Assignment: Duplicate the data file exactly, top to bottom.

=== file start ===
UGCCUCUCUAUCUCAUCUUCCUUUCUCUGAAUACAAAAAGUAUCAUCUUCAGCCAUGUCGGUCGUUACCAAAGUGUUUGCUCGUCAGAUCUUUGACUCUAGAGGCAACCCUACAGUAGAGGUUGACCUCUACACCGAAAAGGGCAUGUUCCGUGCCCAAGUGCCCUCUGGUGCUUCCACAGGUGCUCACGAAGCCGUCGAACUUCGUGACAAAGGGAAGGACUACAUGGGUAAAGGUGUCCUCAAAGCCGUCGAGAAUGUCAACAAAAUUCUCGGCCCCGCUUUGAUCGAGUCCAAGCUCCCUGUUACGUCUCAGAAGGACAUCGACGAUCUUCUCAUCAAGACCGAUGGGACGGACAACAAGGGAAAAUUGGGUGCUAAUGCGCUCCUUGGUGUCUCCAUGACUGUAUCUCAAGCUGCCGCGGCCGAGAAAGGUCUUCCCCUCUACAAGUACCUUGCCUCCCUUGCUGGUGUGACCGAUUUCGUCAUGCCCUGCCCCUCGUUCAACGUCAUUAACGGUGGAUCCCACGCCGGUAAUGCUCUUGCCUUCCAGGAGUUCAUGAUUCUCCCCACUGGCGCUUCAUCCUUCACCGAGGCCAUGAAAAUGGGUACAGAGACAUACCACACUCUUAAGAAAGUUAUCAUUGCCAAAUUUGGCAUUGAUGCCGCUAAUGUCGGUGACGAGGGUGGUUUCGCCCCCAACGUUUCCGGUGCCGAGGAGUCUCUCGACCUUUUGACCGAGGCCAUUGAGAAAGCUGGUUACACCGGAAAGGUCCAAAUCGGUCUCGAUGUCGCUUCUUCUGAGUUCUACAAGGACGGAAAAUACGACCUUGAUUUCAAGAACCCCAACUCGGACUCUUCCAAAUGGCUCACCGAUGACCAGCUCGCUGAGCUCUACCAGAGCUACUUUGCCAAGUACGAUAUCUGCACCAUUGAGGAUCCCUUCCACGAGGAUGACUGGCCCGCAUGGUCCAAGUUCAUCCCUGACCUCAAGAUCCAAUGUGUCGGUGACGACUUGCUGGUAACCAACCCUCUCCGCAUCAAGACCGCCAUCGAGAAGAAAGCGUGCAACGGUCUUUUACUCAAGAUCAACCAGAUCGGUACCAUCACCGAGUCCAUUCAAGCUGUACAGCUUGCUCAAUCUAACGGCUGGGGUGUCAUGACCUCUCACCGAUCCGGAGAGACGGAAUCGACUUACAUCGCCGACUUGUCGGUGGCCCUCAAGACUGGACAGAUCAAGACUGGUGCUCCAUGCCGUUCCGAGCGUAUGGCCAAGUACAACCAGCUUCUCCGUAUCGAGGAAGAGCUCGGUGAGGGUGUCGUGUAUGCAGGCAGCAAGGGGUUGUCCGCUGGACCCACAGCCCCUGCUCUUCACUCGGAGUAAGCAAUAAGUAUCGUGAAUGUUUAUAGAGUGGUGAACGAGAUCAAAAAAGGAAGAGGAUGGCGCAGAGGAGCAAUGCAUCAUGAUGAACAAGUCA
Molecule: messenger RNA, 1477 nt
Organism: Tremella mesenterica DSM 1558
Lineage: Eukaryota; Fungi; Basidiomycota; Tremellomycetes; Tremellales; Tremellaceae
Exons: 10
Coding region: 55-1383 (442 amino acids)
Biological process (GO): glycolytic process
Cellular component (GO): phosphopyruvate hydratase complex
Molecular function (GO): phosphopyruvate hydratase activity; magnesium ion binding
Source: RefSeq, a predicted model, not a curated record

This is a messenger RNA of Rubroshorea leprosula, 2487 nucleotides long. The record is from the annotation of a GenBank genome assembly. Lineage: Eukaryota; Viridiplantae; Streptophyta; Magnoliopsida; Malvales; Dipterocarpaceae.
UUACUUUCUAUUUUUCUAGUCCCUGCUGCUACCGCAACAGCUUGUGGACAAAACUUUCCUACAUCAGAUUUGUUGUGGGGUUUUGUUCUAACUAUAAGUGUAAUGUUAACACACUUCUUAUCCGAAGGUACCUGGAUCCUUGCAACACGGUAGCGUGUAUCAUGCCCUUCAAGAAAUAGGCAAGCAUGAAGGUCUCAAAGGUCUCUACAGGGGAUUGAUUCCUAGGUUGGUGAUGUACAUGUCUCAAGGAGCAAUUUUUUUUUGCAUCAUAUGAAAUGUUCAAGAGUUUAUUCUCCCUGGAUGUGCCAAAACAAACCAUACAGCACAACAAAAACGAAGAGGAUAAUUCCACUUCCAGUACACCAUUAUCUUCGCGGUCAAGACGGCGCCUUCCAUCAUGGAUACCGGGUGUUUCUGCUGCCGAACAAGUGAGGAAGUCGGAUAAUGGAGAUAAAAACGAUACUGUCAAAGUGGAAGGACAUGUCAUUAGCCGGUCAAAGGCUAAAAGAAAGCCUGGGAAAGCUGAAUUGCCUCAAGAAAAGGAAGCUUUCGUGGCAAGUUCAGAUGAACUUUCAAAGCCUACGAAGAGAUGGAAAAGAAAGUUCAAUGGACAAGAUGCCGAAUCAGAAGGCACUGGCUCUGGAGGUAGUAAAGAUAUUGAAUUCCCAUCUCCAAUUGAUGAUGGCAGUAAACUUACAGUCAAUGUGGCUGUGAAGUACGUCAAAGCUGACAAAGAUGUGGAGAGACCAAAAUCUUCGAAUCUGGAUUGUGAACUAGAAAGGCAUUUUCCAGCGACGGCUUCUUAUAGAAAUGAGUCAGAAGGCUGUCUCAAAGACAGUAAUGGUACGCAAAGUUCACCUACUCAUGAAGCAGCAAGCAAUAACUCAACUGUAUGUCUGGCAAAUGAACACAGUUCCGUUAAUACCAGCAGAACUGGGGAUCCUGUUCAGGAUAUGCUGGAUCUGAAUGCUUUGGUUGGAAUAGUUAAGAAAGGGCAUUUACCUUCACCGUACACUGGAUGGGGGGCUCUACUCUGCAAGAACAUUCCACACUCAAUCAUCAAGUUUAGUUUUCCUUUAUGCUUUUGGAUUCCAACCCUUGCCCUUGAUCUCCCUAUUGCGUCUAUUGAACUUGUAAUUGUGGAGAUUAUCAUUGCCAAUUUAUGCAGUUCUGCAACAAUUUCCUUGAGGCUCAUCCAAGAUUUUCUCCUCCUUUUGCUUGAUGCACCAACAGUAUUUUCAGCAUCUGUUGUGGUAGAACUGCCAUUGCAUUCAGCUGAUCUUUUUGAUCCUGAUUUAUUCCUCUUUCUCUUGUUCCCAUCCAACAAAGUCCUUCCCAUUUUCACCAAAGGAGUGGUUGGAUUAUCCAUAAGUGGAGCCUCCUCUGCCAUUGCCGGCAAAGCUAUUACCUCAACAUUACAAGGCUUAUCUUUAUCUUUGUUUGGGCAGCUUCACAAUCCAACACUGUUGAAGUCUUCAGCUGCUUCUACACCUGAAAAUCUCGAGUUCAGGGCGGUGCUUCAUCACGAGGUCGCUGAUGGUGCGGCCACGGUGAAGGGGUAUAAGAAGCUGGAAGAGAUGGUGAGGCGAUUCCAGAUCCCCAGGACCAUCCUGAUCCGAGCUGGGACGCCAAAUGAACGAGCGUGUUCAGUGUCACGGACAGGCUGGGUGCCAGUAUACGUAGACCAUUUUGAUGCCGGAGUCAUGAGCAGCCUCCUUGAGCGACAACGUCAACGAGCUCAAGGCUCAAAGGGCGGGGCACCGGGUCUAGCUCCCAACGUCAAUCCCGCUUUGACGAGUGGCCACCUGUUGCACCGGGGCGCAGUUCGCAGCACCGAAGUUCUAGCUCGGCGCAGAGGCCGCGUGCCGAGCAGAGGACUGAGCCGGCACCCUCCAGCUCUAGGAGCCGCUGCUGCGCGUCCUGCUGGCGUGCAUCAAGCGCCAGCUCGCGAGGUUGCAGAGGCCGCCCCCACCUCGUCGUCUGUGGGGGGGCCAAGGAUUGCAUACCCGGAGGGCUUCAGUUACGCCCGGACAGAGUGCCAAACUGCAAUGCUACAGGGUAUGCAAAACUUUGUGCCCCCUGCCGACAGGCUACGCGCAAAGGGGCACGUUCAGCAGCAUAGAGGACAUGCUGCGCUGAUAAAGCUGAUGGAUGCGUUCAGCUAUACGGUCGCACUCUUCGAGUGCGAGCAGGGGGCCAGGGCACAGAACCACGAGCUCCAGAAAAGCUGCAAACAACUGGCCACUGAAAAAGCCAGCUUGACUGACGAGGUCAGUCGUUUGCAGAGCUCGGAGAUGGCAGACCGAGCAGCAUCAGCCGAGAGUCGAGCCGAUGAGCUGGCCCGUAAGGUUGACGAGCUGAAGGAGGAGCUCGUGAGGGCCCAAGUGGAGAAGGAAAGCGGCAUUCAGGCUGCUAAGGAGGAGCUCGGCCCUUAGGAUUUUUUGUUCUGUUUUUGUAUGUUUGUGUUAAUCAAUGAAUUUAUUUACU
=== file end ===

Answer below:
UGCCUCUCUAUCUCAUCUUCCUUUCUCUGAAUACAAAAAGUAUCAUCUUCAGCCAUGUCGGUCGUUACCAAAGUGUUUGCUCGUCAGAUCUUUGACUCUAGAGGCAACCCUACAGUAGAGGUUGACCUCUACACCGAAAAGGGCAUGUUCCGUGCCCAAGUGCCCUCUGGUGCUUCCACAGGUGCUCACGAAGCCGUCGAACUUCGUGACAAAGGGAAGGACUACAUGGGUAAAGGUGUCCUCAAAGCCGUCGAGAAUGUCAACAAAAUUCUCGGCCCCGCUUUGAUCGAGUCCAAGCUCCCUGUUACGUCUCAGAAGGACAUCGACGAUCUUCUCAUCAAGACCGAUGGGACGGACAACAAGGGAAAAUUGGGUGCUAAUGCGCUCCUUGGUGUCUCCAUGACUGUAUCUCAAGCUGCCGCGGCCGAGAAAGGUCUUCCCCUCUACAAGUACCUUGCCUCCCUUGCUGGUGUGACCGAUUUCGUCAUGCCCUGCCCCUCGUUCAACGUCAUUAACGGUGGAUCCCACGCCGGUAAUGCUCUUGCCUUCCAGGAGUUCAUGAUUCUCCCCACUGGCGCUUCAUCCUUCACCGAGGCCAUGAAAAUGGGUACAGAGACAUACCACACUCUUAAGAAAGUUAUCAUUGCCAAAUUUGGCAUUGAUGCCGCUAAUGUCGGUGACGAGGGUGGUUUCGCCCCCAACGUUUCCGGUGCCGAGGAGUCUCUCGACCUUUUGACCGAGGCCAUUGAGAAAGCUGGUUACACCGGAAAGGUCCAAAUCGGUCUCGAUGUCGCUUCUUCUGAGUUCUACAAGGACGGAAAAUACGACCUUGAUUUCAAGAACCCCAACUCGGACUCUUCCAAAUGGCUCACCGAUGACCAGCUCGCUGAGCUCUACCAGAGCUACUUUGCCAAGUACGAUAUCUGCACCAUUGAGGAUCCCUUCCACGAGGAUGACUGGCCCGCAUGGUCCAAGUUCAUCCCUGACCUCAAGAUCCAAUGUGUCGGUGACGACUUGCUGGUAACCAACCCUCUCCGCAUCAAGACCGCCAUCGAGAAGAAAGCGUGCAACGGUCUUUUACUCAAGAUCAACCAGAUCGGUACCAUCACCGAGUCCAUUCAAGCUGUACAGCUUGCUCAAUCUAACGGCUGGGGUGUCAUGACCUCUCACCGAUCCGGAGAGACGGAAUCGACUUACAUCGCCGACUUGUCGGUGGCCCUCAAGACUGGACAGAUCAAGACUGGUGCUCCAUGCCGUUCCGAGCGUAUGGCCAAGUACAACCAGCUUCUCCGUAUCGAGGAAGAGCUCGGUGAGGGUGUCGUGUAUGCAGGCAGCAAGGGGUUGUCCGCUGGACCCACAGCCCCUGCUCUUCACUCGGAGUAAGCAAUAAGUAUCGUGAAUGUUUAUAGAGUGGUGAACGAGAUCAAAAAAGGAAGAGGAUGGCGCAGAGGAGCAAUGCAUCAUGAUGAACAAGUCA
Molecule: messenger RNA, 1477 nt
Organism: Tremella mesenterica DSM 1558
Lineage: Eukaryota; Fungi; Basidiomycota; Tremellomycetes; Tremellales; Tremellaceae
Exons: 10
Coding region: 55-1383 (442 amino acids)
Biological process (GO): glycolytic process
Cellular component (GO): phosphopyruvate hydratase complex
Molecular function (GO): phosphopyruvate hydratase activity; magnesium ion binding
Source: RefSeq, a predicted model, not a curated record

This is a messenger RNA of Rubroshorea leprosula, 2487 nucleotides long. The record is from the annotation of a GenBank genome assembly. Lineage: Eukaryota; Viridiplantae; Streptophyta; Magnoliopsida; Malvales; Dipterocarpaceae.
UUACUUUCUAUUUUUCUAGUCCCUGCUGCUACCGCAACAGCUUGUGGACAAAACUUUCCUACAUCAGAUUUGUUGUGGGGUUUUGUUCUAACUAUAAGUGUAAUGUUAACACACUUCUUAUCCGAAGGUACCUGGAUCCUUGCAACACGGUAGCGUGUAUCAUGCCCUUCAAGAAAUAGGCAAGCAUGAAGGUCUCAAAGGUCUCUACAGGGGAUUGAUUCCUAGGUUGGUGAUGUACAUGUCUCAAGGAGCAAUUUUUUUUUGCAUCAUAUGAAAUGUUCAAGAGUUUAUUCUCCCUGGAUGUGCCAAAACAAACCAUACAGCACAACAAAAACGAAGAGGAUAAUUCCACUUCCAGUACACCAUUAUCUUCGCGGUCAAGACGGCGCCUUCCAUCAUGGAUACCGGGUGUUUCUGCUGCCGAACAAGUGAGGAAGUCGGAUAAUGGAGAUAAAAACGAUACUGUCAAAGUGGAAGGACAUGUCAUUAGCCGGUCAAAGGCUAAAAGAAAGCCUGGGAAAGCUGAAUUGCCUCAAGAAAAGGAAGCUUUCGUGGCAAGUUCAGAUGAACUUUCAAAGCCUACGAAGAGAUGGAAAAGAAAGUUCAAUGGACAAGAUGCCGAAUCAGAAGGCACUGGCUCUGGAGGUAGUAAAGAUAUUGAAUUCCCAUCUCCAAUUGAUGAUGGCAGUAAACUUACAGUCAAUGUGGCUGUGAAGUACGUCAAAGCUGACAAAGAUGUGGAGAGACCAAAAUCUUCGAAUCUGGAUUGUGAACUAGAAAGGCAUUUUCCAGCGACGGCUUCUUAUAGAAAUGAGUCAGAAGGCUGUCUCAAAGACAGUAAUGGUACGCAAAGUUCACCUACUCAUGAAGCAGCAAGCAAUAACUCAACUGUAUGUCUGGCAAAUGAACACAGUUCCGUUAAUACCAGCAGAACUGGGGAUCCUGUUCAGGAUAUGCUGGAUCUGAAUGCUUUGGUUGGAAUAGUUAAGAAAGGGCAUUUACCUUCACCGUACACUGGAUGGGGGGCUCUACUCUGCAAGAACAUUCCACACUCAAUCAUCAAGUUUAGUUUUCCUUUAUGCUUUUGGAUUCCAACCCUUGCCCUUGAUCUCCCUAUUGCGUCUAUUGAACUUGUAAUUGUGGAGAUUAUCAUUGCCAAUUUAUGCAGUUCUGCAACAAUUUCCUUGAGGCUCAUCCAAGAUUUUCUCCUCCUUUUGCUUGAUGCACCAACAGUAUUUUCAGCAUCUGUUGUGGUAGAACUGCCAUUGCAUUCAGCUGAUCUUUUUGAUCCUGAUUUAUUCCUCUUUCUCUUGUUCCCAUCCAACAAAGUCCUUCCCAUUUUCACCAAAGGAGUGGUUGGAUUAUCCAUAAGUGGAGCCUCCUCUGCCAUUGCCGGCAAAGCUAUUACCUCAACAUUACAAGGCUUAUCUUUAUCUUUGUUUGGGCAGCUUCACAAUCCAACACUGUUGAAGUCUUCAGCUGCUUCUACACCUGAAAAUCUCGAGUUCAGGGCGGUGCUUCAUCACGAGGUCGCUGAUGGUGCGGCCACGGUGAAGGGGUAUAAGAAGCUGGAAGAGAUGGUGAGGCGAUUCCAGAUCCCCAGGACCAUCCUGAUCCGAGCUGGGACGCCAAAUGAACGAGCGUGUUCAGUGUCACGGACAGGCUGGGUGCCAGUAUACGUAGACCAUUUUGAUGCCGGAGUCAUGAGCAGCCUCCUUGAGCGACAACGUCAACGAGCUCAAGGCUCAAAGGGCGGGGCACCGGGUCUAGCUCCCAACGUCAAUCCCGCUUUGACGAGUGGCCACCUGUUGCACCGGGGCGCAGUUCGCAGCACCGAAGUUCUAGCUCGGCGCAGAGGCCGCGUGCCGAGCAGAGGACUGAGCCGGCACCCUCCAGCUCUAGGAGCCGCUGCUGCGCGUCCUGCUGGCGUGCAUCAAGCGCCAGCUCGCGAGGUUGCAGAGGCCGCCCCCACCUCGUCGUCUGUGGGGGGGCCAAGGAUUGCAUACCCGGAGGGCUUCAGUUACGCCCGGACAGAGUGCCAAACUGCAAUGCUACAGGGUAUGCAAAACUUUGUGCCCCCUGCCGACAGGCUACGCGCAAAGGGGCACGUUCAGCAGCAUAGAGGACAUGCUGCGCUGAUAAAGCUGAUGGAUGCGUUCAGCUAUACGGUCGCACUCUUCGAGUGCGAGCAGGGGGCCAGGGCACAGAACCACGAGCUCCAGAAAAGCUGCAAACAACUGGCCACUGAAAAAGCCAGCUUGACUGACGAGGUCAGUCGUUUGCAGAGCUCGGAGAUGGCAGACCGAGCAGCAUCAGCCGAGAGUCGAGCCGAUGAGCUGGCCCGUAAGGUUGACGAGCUGAAGGAGGAGCUCGUGAGGGCCCAAGUGGAGAAGGAAAGCGGCAUUCAGGCUGCUAAGGAGGAGCUCGGCCCUUAGGAUUUUUUGUUCUGUUUUUGUAUGUUUGUGUUAAUCAAUGAAUUUAUUUACU